At best, the series is a ripping yarn. At worst we see a lazy depiction of a post apocolyptic nightmare that others have tackled far more effectively.
If you're looking for a zombie style book, I would suggest that Max Brooks' "World War Z" is a far superior piece of fiction or "I am Legend" by Richard Matheson. If you want a post apocolyptic piece, Cormack McCarthy's "The Road" eclipses the Hater Triology.
Most Recent Customer Reviews
Another winner from David Moody. Get it. Read it. If you like Moody's style you won't be dissapointed.Published 19 months ago by Spider-Fox
Part 2 of the Hater trilogy with Danny trying to find his daughter Ellis. The story feels like this is how society would actually break down.bleak but brilliant.Published 22 months ago by paul d.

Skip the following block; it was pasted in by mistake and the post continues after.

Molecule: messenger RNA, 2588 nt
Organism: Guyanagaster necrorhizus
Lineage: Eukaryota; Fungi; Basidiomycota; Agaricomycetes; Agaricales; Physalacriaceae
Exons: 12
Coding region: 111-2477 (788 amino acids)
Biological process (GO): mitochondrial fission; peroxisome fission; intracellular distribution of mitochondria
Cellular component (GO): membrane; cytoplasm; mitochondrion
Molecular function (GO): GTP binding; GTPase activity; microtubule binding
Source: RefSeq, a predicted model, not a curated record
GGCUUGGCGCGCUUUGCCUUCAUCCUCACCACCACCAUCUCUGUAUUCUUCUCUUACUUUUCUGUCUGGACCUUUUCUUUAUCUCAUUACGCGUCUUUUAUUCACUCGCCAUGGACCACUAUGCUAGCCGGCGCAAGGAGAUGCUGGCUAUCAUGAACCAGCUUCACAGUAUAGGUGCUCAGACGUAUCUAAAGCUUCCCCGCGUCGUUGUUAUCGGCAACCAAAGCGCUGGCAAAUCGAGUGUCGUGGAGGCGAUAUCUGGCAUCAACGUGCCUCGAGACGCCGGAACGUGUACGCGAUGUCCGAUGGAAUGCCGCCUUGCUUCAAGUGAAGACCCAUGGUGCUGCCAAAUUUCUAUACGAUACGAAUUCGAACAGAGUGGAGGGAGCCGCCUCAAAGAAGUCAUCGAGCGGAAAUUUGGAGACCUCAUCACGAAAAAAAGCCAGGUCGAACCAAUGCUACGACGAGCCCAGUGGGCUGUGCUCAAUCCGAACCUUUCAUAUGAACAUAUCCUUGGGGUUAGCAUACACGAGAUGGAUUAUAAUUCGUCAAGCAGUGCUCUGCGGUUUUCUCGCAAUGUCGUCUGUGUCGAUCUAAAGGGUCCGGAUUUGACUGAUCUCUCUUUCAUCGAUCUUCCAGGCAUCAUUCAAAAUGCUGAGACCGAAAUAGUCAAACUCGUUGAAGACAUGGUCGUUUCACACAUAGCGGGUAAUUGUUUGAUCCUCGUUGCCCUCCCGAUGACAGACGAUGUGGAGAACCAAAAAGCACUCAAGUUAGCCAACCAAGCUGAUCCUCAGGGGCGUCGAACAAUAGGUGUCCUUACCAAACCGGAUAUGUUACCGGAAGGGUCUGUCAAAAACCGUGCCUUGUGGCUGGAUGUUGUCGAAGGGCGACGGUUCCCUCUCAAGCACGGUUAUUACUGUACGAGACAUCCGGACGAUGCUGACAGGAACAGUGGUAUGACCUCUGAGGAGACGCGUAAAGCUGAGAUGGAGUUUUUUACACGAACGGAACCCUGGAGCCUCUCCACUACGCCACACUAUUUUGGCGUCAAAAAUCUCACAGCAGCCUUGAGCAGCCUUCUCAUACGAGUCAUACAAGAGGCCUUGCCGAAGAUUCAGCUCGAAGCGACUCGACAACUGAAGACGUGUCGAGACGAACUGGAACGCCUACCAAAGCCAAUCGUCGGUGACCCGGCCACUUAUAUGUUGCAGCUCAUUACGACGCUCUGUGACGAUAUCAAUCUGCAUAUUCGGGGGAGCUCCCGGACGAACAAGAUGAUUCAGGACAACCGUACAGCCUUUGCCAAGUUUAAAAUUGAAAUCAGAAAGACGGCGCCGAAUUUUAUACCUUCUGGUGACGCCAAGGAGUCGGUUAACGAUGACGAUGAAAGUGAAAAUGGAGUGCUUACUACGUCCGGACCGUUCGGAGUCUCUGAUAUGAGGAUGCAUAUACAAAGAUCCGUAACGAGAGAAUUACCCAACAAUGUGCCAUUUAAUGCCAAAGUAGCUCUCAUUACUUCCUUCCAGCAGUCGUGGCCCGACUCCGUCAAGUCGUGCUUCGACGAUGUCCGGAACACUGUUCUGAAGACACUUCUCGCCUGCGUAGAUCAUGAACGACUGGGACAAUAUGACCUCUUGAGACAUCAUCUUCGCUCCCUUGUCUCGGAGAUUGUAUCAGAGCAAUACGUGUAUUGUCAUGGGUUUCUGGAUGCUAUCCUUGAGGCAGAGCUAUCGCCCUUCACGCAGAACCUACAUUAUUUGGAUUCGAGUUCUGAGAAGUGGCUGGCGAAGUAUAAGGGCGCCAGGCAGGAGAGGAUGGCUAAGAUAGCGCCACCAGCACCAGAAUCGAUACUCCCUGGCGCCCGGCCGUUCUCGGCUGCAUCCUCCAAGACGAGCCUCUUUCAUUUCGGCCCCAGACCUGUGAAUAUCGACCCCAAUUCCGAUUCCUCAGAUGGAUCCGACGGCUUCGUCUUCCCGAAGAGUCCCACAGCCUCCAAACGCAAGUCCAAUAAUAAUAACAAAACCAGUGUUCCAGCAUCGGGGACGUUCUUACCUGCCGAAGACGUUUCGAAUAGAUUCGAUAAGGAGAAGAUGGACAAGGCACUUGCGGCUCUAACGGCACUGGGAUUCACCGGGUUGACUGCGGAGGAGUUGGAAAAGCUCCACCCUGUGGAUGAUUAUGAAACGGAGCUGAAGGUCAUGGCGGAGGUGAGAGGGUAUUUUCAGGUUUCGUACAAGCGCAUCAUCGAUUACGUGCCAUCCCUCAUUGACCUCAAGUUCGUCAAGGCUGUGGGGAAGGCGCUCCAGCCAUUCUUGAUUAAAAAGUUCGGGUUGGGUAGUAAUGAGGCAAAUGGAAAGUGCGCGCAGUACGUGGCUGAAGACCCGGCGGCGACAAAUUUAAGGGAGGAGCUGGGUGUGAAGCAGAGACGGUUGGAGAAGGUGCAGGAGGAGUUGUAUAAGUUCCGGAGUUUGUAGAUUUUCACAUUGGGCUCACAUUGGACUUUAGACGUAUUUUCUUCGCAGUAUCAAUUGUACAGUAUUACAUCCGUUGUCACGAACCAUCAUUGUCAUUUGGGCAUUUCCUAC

First published back in June of 2010, British author David Moody’s novel ‘Dog Blood’ was the second instalment into his post-apocalyptic ‘Hater’ series. Read morePublished on 23 July 2014 by Chris Hall
Carries on the frantic harshness of Hater in good fashion. Moody writes brutal prose that'll have you whipping the pages as if you're a hater yourself.Published on 14 April 2014 by Krakenswarm
Dear oh dear oh dear and one more oh dear! This is a terrible book. Im sorry guys I disagree with the majority here that this is a good book. Read morePublished on 22 Oct. 2013 by huzefa ishaki
Couldn't put this down, the pace rattles along relentlessly and it seems improbable to relate to Danny when he loves killing the unchanged with his bare... Read more
I usually allow myself a bit of time before getting started on the next of a series of books. Rather than reading them back to back, I generally like to let a book "settle" in my... Read morePublished on 8 Mar. 2013 by John Milton
This is a blistering follow up to Hater and focuses very much on the war between `them and us'. Exactly which side you fall down on changes throughout the narrative and is a very... Read morePublished on 28 Jan. 2013 by Sean T. Page